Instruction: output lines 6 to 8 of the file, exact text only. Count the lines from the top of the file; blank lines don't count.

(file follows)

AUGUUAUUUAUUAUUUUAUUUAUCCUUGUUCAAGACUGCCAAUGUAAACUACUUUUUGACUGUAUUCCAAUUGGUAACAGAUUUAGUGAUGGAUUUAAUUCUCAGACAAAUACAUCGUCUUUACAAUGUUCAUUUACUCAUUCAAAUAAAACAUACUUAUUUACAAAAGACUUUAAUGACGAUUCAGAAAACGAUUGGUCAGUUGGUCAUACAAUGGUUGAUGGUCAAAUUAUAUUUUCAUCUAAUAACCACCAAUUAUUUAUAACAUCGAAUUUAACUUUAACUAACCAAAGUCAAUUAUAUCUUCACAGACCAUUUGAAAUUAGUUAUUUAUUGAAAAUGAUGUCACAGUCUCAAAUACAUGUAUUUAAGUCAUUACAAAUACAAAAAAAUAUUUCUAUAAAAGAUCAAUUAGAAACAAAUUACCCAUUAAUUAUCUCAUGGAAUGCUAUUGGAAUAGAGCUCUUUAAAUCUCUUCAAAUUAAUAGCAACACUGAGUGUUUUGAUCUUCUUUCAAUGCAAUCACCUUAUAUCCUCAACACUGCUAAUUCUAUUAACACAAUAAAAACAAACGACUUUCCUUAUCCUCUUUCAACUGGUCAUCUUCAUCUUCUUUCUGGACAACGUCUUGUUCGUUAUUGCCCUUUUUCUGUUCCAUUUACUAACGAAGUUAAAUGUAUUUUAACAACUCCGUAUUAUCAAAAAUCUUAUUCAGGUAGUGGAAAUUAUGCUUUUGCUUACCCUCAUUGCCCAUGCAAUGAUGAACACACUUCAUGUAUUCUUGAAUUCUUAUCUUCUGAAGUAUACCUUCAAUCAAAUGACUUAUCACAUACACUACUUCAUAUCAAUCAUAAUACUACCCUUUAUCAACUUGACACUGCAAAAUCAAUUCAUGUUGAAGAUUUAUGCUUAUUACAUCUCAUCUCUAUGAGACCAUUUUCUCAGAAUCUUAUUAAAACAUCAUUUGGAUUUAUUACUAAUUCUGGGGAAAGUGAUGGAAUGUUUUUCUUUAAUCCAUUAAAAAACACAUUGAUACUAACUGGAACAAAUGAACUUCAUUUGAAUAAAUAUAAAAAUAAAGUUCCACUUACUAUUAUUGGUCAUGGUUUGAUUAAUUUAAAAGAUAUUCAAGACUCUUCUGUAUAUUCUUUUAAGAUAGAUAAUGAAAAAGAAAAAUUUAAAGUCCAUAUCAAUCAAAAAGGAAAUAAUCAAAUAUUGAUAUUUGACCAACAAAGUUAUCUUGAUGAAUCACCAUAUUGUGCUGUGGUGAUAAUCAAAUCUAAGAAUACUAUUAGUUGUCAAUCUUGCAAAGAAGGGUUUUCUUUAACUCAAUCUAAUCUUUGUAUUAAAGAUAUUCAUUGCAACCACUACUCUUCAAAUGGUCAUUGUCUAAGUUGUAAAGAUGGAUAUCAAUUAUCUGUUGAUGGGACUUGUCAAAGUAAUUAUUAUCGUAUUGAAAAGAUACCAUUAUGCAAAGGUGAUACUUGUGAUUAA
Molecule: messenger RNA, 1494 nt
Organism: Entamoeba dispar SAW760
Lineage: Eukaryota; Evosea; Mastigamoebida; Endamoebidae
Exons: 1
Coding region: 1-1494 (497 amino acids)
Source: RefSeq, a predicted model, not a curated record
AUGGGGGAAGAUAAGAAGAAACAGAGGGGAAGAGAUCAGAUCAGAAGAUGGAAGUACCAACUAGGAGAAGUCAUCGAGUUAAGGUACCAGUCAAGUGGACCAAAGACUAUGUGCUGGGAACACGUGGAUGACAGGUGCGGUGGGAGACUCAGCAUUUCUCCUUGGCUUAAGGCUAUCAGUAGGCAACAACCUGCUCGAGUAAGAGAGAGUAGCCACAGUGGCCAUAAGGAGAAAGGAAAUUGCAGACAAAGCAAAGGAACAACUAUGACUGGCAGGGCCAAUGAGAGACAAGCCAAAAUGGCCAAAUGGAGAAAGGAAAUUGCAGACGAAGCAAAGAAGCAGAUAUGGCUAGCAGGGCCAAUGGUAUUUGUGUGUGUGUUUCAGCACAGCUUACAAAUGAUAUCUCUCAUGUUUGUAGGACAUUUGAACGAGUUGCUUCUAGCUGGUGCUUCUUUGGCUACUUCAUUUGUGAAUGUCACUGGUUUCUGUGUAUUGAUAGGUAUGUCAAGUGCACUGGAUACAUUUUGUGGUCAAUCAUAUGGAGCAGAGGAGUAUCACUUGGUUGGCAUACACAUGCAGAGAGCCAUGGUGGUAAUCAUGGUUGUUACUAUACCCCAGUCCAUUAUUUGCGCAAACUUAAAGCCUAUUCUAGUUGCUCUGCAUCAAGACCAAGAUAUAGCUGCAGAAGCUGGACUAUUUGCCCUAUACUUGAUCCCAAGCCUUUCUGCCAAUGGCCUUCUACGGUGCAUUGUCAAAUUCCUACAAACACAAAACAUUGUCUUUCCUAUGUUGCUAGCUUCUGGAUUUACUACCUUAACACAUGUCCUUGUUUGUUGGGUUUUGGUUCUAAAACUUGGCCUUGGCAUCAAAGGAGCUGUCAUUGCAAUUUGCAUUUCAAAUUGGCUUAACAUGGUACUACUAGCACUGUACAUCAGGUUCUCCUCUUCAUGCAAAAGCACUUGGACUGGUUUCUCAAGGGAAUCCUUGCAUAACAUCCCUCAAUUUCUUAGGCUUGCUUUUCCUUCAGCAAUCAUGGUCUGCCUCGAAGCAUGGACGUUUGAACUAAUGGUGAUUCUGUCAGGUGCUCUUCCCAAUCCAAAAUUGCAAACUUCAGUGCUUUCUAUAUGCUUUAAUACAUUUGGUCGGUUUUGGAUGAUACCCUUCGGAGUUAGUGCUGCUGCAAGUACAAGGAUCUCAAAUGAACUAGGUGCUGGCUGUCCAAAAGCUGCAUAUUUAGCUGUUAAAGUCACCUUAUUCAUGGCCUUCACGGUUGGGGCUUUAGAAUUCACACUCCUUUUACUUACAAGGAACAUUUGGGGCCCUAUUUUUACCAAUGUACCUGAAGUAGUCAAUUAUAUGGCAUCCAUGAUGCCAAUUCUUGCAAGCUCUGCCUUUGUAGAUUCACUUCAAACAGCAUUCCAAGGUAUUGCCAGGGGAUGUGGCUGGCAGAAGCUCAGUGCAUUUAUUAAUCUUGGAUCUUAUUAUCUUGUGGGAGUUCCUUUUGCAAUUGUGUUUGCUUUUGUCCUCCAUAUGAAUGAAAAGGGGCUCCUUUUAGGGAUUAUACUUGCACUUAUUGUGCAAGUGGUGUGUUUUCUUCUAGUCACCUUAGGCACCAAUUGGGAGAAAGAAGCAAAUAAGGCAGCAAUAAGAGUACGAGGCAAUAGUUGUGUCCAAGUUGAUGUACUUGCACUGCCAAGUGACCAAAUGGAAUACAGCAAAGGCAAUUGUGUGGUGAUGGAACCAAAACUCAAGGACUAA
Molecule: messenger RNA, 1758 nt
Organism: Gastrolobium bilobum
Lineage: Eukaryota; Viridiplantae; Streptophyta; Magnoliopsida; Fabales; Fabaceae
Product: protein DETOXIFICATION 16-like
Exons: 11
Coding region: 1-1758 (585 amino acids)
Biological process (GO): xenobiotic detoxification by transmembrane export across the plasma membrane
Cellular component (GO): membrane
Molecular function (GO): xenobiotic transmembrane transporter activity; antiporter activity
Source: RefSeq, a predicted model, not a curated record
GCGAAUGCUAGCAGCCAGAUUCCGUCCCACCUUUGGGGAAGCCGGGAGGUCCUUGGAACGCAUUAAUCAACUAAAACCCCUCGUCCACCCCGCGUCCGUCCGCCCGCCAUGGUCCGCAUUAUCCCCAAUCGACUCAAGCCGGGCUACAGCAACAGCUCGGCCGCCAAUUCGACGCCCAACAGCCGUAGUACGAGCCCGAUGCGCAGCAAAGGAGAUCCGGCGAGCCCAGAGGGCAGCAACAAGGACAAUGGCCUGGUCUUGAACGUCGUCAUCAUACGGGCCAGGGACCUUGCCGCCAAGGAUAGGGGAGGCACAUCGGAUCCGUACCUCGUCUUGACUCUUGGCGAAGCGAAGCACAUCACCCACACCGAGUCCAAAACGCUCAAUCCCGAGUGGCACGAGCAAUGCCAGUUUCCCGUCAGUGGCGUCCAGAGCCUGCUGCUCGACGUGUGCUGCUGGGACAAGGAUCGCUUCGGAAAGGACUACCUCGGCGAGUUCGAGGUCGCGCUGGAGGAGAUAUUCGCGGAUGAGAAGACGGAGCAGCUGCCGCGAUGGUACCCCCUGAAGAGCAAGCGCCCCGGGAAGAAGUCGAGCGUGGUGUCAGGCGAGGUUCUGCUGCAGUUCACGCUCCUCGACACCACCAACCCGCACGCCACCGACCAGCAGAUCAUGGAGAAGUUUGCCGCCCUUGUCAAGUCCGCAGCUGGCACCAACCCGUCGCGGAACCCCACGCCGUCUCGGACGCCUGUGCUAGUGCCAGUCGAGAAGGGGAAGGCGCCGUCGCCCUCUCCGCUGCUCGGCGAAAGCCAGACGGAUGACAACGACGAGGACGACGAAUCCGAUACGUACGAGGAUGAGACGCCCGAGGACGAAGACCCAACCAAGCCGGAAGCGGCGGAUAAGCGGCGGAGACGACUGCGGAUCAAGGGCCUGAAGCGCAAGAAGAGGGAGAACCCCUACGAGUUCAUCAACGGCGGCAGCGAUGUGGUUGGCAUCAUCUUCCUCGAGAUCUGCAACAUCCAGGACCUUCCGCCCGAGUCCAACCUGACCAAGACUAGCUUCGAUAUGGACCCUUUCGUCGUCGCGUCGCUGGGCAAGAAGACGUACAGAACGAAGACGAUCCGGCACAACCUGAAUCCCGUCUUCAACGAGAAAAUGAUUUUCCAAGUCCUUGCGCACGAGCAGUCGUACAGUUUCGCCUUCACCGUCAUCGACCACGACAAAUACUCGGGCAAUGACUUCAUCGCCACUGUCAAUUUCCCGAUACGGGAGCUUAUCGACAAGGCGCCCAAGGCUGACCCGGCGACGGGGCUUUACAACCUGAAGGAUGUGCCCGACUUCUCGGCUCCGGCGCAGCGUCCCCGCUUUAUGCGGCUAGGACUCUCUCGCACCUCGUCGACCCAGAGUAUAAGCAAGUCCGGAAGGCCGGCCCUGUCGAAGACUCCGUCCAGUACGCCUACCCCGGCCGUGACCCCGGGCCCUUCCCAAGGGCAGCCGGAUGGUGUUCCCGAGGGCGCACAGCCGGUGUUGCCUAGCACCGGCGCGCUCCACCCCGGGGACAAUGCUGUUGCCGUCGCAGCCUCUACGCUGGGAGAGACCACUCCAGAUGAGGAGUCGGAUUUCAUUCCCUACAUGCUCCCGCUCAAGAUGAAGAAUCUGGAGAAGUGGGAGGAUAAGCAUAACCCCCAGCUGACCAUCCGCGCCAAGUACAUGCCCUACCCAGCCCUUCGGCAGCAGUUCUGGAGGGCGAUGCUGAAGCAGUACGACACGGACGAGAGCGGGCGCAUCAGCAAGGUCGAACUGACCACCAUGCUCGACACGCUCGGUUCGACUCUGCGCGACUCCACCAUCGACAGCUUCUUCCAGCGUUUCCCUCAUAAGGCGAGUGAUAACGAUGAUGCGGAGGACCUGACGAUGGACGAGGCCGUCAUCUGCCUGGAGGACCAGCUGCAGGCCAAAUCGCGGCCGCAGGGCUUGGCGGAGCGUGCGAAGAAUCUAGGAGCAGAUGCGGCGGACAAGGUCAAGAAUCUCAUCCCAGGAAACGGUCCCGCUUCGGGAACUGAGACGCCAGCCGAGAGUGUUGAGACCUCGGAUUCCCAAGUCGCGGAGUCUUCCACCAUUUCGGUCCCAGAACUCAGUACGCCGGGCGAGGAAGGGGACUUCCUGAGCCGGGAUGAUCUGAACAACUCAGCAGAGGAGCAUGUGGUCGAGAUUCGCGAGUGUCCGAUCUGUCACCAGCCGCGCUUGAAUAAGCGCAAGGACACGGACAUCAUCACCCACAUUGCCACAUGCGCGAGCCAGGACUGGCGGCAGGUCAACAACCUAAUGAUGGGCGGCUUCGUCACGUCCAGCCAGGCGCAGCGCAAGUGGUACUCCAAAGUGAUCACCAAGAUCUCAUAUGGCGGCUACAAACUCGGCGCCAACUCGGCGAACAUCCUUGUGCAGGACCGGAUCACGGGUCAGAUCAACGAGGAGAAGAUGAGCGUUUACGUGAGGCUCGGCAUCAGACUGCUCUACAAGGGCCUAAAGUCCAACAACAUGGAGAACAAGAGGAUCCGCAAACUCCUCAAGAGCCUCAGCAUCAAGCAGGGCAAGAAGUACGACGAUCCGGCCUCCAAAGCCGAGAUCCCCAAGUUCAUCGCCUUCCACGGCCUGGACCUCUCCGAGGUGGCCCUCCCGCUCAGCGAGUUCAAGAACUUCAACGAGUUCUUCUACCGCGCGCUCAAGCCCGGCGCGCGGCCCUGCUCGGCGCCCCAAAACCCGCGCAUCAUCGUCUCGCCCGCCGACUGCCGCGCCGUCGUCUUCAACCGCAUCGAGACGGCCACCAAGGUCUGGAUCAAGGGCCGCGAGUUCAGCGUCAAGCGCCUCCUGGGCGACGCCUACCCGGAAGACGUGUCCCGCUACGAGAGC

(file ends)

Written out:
Coding region: 1-1494 (497 amino acids)
Source: RefSeq, a predicted model, not a curated record
AUGGGGGAAGAUAAGAAGAAACAGAGGGGAAGAGAUCAGAUCAGAAGAUGGAAGUACCAACUAGGAGAAGUCAUCGAGUUAAGGUACCAGUCAAGUGGACCAAAGACUAUGUGCUGGGAACACGUGGAUGACAGGUGCGGUGGGAGACUCAGCAUUUCUCCUUGGCUUAAGGCUAUCAGUAGGCAACAACCUGCUCGAGUAAGAGAGAGUAGCCACAGUGGCCAUAAGGAGAAAGGAAAUUGCAGACAAAGCAAAGGAACAACUAUGACUGGCAGGGCCAAUGAGAGACAAGCCAAAAUGGCCAAAUGGAGAAAGGAAAUUGCAGACGAAGCAAAGAAGCAGAUAUGGCUAGCAGGGCCAAUGGUAUUUGUGUGUGUGUUUCAGCACAGCUUACAAAUGAUAUCUCUCAUGUUUGUAGGACAUUUGAACGAGUUGCUUCUAGCUGGUGCUUCUUUGGCUACUUCAUUUGUGAAUGUCACUGGUUUCUGUGUAUUGAUAGGUAUGUCAAGUGCACUGGAUACAUUUUGUGGUCAAUCAUAUGGAGCAGAGGAGUAUCACUUGGUUGGCAUACACAUGCAGAGAGCCAUGGUGGUAAUCAUGGUUGUUACUAUACCCCAGUCCAUUAUUUGCGCAAACUUAAAGCCUAUUCUAGUUGCUCUGCAUCAAGACCAAGAUAUAGCUGCAGAAGCUGGACUAUUUGCCCUAUACUUGAUCCCAAGCCUUUCUGCCAAUGGCCUUCUACGGUGCAUUGUCAAAUUCCUACAAACACAAAACAUUGUCUUUCCUAUGUUGCUAGCUUCUGGAUUUACUACCUUAACACAUGUCCUUGUUUGUUGGGUUUUGGUUCUAAAACUUGGCCUUGGCAUCAAAGGAGCUGUCAUUGCAAUUUGCAUUUCAAAUUGGCUUAACAUGGUACUACUAGCACUGUACAUCAGGUUCUCCUCUUCAUGCAAAAGCACUUGGACUGGUUUCUCAAGGGAAUCCUUGCAUAACAUCCCUCAAUUUCUUAGGCUUGCUUUUCCUUCAGCAAUCAUGGUCUGCCUCGAAGCAUGGACGUUUGAACUAAUGGUGAUUCUGUCAGGUGCUCUUCCCAAUCCAAAAUUGCAAACUUCAGUGCUUUCUAUAUGCUUUAAUACAUUUGGUCGGUUUUGGAUGAUACCCUUCGGAGUUAGUGCUGCUGCAAGUACAAGGAUCUCAAAUGAACUAGGUGCUGGCUGUCCAAAAGCUGCAUAUUUAGCUGUUAAAGUCACCUUAUUCAUGGCCUUCACGGUUGGGGCUUUAGAAUUCACACUCCUUUUACUUACAAGGAACAUUUGGGGCCCUAUUUUUACCAAUGUACCUGAAGUAGUCAAUUAUAUGGCAUCCAUGAUGCCAAUUCUUGCAAGCUCUGCCUUUGUAGAUUCACUUCAAACAGCAUUCCAAGGUAUUGCCAGGGGAUGUGGCUGGCAGAAGCUCAGUGCAUUUAUUAAUCUUGGAUCUUAUUAUCUUGUGGGAGUUCCUUUUGCAAUUGUGUUUGCUUUUGUCCUCCAUAUGAAUGAAAAGGGGCUCCUUUUAGGGAUUAUACUUGCACUUAUUGUGCAAGUGGUGUGUUUUCUUCUAGUCACCUUAGGCACCAAUUGGGAGAAAGAAGCAAAUAAGGCAGCAAUAAGAGUACGAGGCAAUAGUUGUGUCCAAGUUGAUGUACUUGCACUGCCAAGUGACCAAAUGGAAUACAGCAAAGGCAAUUGUGUGGUGAUGGAACCAAAACUCAAGGACUAA